Astronomers announced on May 15, 2018, that they’ve identified the fastest-growing black hole yet known in the universe. They describe it as a monster that devours a mass equivalent to our sun every two days. They spied this black hole – which is also known as an ultra-luminous quasar – while looking back more than 12 billion years to what are called the cosmic dark ages of our universe.
At that time, this supermassive black hole was estimated to be the size of about 20 billion suns. It had a 1 percent growth rate every million years.
This black hole is growing so rapidly that it’s shining thousands of times more brightly than an entire galaxy, due to all of the gases it sucks in daily that cause lots of friction and heat.
If we had this monster sitting at the center of our Milky Way galaxy, it would appear 10 times brighter than a full moon. It would appear as an incredibly bright pin-point star that would almost wash out all of the stars in the sky.
The study is due to appear in the peer-reviewed journal Publications of the Astronomical Society of Australia (PASA).
Wolf said the energy emitted from this newly-discovered supermassive black hole, also known as a quasar, was mostly ultraviolet light but also X-rays. He said:
Again, if this monster was at the center of the Milky Way it would likely make life on Earth impossible with the huge amounts of X-rays emanating from it.
These astronomers used the SkyMapper telescope at Siding Spring Observatory in Australia to detect the light of this object in the near-infrared. They needed to look in that realm of the electromagnetic spectrum because the light waves had red-shifted over the billions of light-years to Earth. Wolf said:
As the universe expands, space expands and that stretches the light waves and changes their color.
Wolf said that large and rapidly-growing black holes are exceedingly rare. He said he and his team have been searching for them with the SkyMapper telescope for several months now.
The European Space Agency’s Gaia satellite – an astrometry satellite, which measures tiny motions of celestial objects – also helped find this supermassive black hole. Wolf said the Gaia satellite confirmed the object that they had found was sitting still, meaning that it was far away. Thus it was a candidate to be a very large quasar.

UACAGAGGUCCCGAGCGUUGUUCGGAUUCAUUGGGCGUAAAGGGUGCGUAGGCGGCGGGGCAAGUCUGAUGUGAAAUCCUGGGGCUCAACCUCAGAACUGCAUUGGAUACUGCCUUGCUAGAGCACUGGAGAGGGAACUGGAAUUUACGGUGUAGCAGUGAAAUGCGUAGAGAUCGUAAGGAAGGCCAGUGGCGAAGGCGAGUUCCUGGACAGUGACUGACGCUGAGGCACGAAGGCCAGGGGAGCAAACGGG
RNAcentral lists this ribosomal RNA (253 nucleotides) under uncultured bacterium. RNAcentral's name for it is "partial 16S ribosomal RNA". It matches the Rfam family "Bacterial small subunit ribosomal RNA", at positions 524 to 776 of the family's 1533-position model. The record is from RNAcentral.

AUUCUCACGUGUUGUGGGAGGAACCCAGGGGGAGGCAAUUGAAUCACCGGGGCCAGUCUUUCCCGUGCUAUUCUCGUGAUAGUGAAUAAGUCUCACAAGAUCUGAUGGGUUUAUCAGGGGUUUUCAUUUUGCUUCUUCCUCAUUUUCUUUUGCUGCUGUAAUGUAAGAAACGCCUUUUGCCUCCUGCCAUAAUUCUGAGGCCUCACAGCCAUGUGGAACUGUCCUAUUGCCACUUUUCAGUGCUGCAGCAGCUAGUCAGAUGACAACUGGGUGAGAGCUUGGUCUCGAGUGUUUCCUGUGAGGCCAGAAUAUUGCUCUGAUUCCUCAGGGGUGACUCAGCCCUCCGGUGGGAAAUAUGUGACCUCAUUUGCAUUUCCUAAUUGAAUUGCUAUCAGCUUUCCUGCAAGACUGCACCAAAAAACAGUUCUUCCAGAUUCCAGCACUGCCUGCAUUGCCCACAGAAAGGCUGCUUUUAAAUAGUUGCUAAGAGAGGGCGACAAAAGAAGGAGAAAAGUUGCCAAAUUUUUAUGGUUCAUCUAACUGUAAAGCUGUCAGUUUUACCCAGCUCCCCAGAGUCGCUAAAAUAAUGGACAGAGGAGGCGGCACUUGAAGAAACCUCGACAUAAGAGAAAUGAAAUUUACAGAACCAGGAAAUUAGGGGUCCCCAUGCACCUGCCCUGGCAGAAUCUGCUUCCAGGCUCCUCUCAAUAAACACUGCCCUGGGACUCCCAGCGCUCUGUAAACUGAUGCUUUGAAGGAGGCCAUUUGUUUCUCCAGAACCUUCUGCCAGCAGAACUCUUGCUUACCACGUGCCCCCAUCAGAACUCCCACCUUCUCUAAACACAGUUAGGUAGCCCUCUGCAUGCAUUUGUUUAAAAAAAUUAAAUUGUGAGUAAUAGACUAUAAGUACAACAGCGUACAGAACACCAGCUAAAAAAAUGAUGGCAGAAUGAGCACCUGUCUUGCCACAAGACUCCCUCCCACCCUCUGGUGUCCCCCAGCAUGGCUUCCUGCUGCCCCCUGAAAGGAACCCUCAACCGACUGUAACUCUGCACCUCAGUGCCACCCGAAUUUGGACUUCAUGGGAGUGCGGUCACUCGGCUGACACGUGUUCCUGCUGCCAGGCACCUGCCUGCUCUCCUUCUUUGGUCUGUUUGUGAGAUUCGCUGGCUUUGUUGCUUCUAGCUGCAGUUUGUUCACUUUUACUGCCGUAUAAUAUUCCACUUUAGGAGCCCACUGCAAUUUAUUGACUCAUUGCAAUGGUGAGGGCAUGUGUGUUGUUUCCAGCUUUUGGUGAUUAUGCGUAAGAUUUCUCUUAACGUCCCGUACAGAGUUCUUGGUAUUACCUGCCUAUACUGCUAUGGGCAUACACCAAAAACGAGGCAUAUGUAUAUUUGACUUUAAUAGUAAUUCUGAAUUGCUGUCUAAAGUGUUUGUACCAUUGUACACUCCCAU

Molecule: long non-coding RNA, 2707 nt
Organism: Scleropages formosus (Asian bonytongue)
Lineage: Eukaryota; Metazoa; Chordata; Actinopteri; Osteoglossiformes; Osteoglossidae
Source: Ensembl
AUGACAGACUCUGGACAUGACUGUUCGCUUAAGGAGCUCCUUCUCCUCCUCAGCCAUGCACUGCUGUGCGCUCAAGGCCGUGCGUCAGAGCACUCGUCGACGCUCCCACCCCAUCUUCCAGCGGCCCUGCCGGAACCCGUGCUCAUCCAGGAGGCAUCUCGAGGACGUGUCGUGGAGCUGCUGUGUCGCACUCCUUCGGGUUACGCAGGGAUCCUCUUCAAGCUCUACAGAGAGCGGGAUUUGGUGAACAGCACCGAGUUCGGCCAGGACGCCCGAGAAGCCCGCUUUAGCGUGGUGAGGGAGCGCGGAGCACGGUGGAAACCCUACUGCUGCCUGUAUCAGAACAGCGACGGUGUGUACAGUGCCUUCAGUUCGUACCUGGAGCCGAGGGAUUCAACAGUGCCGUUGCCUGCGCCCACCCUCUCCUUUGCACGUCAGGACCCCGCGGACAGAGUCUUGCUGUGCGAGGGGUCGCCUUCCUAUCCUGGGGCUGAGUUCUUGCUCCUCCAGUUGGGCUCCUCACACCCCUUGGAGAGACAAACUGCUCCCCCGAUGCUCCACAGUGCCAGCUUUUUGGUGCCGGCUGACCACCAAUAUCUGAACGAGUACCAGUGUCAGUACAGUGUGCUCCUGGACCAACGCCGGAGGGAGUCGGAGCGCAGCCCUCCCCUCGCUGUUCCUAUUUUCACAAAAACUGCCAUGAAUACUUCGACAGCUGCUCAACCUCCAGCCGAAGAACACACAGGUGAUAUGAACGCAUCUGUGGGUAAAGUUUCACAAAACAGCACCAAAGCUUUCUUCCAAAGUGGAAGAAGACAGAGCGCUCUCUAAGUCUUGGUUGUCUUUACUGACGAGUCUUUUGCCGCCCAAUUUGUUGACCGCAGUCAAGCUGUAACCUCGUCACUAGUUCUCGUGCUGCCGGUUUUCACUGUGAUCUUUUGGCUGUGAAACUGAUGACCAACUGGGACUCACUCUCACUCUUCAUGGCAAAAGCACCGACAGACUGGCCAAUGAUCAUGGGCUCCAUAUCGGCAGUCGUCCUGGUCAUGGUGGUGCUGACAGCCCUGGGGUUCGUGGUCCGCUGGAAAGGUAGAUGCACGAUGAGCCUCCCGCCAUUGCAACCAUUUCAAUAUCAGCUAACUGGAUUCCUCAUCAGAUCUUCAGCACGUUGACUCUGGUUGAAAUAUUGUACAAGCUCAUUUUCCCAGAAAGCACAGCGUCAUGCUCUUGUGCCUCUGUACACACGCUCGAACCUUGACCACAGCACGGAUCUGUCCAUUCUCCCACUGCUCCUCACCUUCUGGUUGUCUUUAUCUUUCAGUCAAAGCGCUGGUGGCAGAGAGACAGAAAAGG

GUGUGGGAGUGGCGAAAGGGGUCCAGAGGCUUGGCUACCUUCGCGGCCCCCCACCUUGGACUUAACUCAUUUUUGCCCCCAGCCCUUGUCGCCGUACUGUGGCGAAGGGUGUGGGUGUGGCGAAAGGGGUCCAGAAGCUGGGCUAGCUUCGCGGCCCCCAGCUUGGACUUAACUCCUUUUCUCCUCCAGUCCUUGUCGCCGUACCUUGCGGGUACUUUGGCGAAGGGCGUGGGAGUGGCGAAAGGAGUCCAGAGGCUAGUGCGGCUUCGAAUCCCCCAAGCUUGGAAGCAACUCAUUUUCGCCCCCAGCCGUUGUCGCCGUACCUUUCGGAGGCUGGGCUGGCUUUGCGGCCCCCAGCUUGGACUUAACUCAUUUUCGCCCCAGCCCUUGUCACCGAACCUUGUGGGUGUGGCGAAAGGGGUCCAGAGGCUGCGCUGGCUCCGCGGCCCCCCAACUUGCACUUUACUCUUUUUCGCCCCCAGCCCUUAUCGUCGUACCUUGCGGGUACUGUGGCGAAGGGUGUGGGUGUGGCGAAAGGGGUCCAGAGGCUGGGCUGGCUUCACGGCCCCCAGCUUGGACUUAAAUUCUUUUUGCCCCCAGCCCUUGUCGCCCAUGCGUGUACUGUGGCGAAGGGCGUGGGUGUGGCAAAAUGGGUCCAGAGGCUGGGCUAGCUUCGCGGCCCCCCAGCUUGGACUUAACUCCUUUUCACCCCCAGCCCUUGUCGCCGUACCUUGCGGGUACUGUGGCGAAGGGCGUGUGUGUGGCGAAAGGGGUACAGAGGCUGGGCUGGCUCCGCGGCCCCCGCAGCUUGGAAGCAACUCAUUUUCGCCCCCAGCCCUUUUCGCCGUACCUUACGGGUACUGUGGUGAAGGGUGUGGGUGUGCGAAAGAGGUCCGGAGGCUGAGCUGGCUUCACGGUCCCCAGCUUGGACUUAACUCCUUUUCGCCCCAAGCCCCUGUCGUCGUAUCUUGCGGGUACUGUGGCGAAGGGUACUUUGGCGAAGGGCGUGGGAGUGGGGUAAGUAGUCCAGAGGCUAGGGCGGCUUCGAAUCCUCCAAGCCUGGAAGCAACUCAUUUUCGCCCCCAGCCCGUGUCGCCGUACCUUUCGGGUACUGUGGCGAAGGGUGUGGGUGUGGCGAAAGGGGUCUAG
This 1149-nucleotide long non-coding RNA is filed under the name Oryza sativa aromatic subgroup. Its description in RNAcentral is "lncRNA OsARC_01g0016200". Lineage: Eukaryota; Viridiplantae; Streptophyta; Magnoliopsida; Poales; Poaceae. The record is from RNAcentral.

The discovery of the new supermassive black hole was confirmed using the spectrograph on the ANU 2.3 meter telescope to split colors into spectral lines. Wolf said:
We don’t know how this one grew so large, so quickly in the early days of the universe. The hunt is on to find even faster-growing black holes.
Wolf also said that, as these kinds of black holes shine, they can be used as beacons to see and study the formation of elements in the early galaxies of the universe.
Scientists can see the shadows of objects in front of the supermassive black hole. Fast-growing supermassive black holes also help to clear the fog around them by ionizing gases, which makes the universe more transparent.
Bottom line: Astronomers have discovered the fastest-growing black hole yet.
Deborah Byrd created the EarthSky radio series in 1991 and founded EarthSky.org in 1994. Today, she serves as Editor-in-Chief of this website. She has won a galaxy of awards from the broadcasting and science communities, including having an asteroid named 3505 Byrd in her honor. A science communicator and educator since 1976, Byrd believes in science as a force for good in the world and a vital tool for the 21st century. "Being an EarthSky editor is like hosting a big global party for cool nature-lovers," she says.